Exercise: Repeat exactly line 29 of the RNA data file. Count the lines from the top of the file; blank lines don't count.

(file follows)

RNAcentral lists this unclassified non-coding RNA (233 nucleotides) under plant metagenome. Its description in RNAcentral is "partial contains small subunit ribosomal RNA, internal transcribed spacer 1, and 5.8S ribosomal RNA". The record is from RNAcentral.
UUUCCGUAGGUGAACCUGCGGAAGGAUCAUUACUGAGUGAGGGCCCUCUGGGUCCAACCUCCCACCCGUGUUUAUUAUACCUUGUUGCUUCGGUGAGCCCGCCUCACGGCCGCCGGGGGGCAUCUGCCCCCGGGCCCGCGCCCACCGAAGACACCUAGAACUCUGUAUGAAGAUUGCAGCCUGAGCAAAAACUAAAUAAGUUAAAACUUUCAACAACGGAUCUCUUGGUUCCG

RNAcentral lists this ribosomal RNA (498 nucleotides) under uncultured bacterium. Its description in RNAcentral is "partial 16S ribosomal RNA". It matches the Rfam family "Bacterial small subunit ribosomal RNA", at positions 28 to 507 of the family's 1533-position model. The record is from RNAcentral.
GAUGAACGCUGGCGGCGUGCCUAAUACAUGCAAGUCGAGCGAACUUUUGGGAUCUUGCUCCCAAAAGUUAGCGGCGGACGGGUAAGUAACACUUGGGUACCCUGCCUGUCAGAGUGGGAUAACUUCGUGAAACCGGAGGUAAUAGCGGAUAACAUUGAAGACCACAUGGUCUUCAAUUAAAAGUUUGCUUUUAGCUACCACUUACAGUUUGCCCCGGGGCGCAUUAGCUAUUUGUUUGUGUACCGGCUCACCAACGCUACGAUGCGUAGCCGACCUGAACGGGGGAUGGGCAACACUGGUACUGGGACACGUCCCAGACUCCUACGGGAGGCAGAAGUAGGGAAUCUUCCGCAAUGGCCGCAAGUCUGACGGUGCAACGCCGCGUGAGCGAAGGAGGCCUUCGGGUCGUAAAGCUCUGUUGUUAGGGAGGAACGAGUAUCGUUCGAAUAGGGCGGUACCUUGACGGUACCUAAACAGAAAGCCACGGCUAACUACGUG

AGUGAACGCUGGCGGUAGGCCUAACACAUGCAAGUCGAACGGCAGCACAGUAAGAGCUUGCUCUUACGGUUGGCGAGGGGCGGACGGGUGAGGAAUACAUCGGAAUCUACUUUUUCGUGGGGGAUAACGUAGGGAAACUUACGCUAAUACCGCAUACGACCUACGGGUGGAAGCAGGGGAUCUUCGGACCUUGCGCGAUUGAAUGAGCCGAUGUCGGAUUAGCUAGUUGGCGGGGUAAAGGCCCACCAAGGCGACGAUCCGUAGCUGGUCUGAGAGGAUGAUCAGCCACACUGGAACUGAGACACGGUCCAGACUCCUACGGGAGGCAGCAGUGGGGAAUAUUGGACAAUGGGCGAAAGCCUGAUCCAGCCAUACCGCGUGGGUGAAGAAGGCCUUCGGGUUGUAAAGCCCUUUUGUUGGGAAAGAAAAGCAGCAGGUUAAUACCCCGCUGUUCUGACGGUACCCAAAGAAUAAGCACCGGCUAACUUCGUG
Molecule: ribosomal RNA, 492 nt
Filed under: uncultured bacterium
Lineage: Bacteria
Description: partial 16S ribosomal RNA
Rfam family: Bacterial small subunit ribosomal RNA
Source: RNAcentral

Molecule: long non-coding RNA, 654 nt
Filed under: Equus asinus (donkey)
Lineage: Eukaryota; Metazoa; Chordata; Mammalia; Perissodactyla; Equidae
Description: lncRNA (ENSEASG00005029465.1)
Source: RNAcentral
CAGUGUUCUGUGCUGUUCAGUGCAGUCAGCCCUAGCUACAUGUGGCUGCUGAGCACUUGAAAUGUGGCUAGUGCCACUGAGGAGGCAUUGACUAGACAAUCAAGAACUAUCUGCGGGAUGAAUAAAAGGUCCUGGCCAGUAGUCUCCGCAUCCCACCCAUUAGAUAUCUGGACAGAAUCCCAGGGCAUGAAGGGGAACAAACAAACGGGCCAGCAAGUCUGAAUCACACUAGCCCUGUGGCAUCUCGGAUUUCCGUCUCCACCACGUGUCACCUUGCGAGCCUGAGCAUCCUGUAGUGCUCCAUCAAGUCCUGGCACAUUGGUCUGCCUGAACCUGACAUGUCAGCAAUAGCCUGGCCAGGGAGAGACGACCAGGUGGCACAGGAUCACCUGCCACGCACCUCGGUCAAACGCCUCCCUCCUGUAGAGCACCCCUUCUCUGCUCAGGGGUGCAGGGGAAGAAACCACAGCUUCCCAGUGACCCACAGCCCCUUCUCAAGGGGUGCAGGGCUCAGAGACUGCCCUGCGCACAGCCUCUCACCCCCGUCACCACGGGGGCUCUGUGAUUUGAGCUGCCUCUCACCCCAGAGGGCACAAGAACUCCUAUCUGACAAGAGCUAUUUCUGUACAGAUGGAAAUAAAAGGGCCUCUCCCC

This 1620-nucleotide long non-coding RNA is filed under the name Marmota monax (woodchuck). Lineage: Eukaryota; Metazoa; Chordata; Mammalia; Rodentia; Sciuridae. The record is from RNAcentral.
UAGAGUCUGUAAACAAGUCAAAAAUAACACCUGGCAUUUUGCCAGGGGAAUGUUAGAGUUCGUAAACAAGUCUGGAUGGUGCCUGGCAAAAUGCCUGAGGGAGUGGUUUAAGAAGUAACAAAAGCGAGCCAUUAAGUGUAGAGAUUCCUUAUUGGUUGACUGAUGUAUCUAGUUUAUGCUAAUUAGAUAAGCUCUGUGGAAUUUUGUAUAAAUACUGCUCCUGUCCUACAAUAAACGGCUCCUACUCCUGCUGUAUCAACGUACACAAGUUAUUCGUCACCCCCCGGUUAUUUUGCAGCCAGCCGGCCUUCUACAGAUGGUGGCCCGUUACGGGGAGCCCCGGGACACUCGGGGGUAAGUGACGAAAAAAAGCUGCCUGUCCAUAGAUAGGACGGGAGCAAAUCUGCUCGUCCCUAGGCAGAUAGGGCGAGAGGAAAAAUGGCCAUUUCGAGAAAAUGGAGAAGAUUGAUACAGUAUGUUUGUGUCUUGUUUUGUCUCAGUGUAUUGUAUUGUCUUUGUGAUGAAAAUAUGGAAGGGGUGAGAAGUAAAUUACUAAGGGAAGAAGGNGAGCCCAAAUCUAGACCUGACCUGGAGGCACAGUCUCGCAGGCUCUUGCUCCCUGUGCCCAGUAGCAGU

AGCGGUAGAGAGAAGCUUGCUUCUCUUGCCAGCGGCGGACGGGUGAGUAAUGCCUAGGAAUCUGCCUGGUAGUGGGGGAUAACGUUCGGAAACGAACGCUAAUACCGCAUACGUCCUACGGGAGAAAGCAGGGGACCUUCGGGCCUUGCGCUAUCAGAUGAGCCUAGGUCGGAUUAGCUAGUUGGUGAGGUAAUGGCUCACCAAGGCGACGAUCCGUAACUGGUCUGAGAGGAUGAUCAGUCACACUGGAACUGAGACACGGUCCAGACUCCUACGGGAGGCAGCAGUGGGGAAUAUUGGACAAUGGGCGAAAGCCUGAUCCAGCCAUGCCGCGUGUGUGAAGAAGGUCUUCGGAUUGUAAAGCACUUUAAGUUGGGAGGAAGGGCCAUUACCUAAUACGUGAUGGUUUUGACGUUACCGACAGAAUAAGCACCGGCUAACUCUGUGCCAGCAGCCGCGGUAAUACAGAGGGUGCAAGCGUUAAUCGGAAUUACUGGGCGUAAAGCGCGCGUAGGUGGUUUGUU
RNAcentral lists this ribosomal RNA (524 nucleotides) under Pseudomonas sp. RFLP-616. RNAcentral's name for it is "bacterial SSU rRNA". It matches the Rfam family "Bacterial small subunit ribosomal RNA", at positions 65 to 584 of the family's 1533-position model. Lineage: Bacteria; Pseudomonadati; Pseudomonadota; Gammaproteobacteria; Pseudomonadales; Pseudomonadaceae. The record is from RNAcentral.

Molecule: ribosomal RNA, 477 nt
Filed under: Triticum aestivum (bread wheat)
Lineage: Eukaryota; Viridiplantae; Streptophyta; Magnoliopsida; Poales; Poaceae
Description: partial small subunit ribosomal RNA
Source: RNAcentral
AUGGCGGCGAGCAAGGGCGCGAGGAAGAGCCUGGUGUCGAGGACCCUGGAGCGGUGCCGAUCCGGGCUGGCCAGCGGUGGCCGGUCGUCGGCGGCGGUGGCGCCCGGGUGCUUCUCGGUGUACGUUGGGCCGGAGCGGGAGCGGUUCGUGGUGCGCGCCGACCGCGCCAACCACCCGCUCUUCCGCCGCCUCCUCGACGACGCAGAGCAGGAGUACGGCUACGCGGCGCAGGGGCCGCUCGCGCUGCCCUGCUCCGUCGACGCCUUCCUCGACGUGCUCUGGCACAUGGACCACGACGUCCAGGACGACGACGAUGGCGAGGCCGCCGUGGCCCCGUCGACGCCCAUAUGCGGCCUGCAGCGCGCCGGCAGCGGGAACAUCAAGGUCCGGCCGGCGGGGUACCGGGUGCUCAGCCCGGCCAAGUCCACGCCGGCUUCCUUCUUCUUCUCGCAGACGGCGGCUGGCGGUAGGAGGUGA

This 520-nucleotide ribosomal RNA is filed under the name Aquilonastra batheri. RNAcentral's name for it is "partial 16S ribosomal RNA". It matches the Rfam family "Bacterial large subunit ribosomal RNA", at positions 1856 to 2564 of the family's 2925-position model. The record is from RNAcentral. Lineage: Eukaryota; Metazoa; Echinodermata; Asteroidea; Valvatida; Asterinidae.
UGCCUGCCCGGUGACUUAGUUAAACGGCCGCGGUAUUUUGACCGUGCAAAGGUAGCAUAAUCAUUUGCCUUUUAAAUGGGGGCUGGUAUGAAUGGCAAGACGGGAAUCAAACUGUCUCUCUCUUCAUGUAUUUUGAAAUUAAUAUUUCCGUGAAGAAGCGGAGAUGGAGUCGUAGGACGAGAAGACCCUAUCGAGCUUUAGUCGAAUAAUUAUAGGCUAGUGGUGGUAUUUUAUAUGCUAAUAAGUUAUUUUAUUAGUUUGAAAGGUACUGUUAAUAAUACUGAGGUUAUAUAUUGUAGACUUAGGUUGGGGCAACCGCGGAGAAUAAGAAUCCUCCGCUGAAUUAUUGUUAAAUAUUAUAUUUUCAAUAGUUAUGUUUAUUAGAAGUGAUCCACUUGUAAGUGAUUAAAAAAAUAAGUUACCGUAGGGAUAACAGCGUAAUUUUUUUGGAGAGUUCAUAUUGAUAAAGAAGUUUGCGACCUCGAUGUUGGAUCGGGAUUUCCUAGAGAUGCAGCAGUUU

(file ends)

UGCCUGCCCGGUGACUUAGUUAAACGGCCGCGGUAUUUUGACCGUGCAAAGGUAGCAUAAUCAUUUGCCUUUUAAAUGGGGGCUGGUAUGAAUGGCAAGACGGGAAUCAAACUGUCUCUCUCUUCAUGUAUUUUGAAAUUAAUAUUUCCGUGAAGAAGCGGAGAUGGAGUCGUAGGACGAGAAGACCCUAUCGAGCUUUAGUCGAAUAAUUAUAGGCUAGUGGUGGUAUUUUAUAUGCUAAUAAGUUAUUUUAUUAGUUUGAAAGGUACUGUUAAUAAUACUGAGGUUAUAUAUUGUAGACUUAGGUUGGGGCAACCGCGGAGAAUAAGAAUCCUCCGCUGAAUUAUUGUUAAAUAUUAUAUUUUCAAUAGUUAUGUUUAUUAGAAGUGAUCCACUUGUAAGUGAUUAAAAAAAUAAGUUACCGUAGGGAUAACAGCGUAAUUUUUUUGGAGAGUUCAUAUUGAUAAAGAAGUUUGCGACCUCGAUGUUGGAUCGGGAUUUCCUAGAGAUGCAGCAGUUU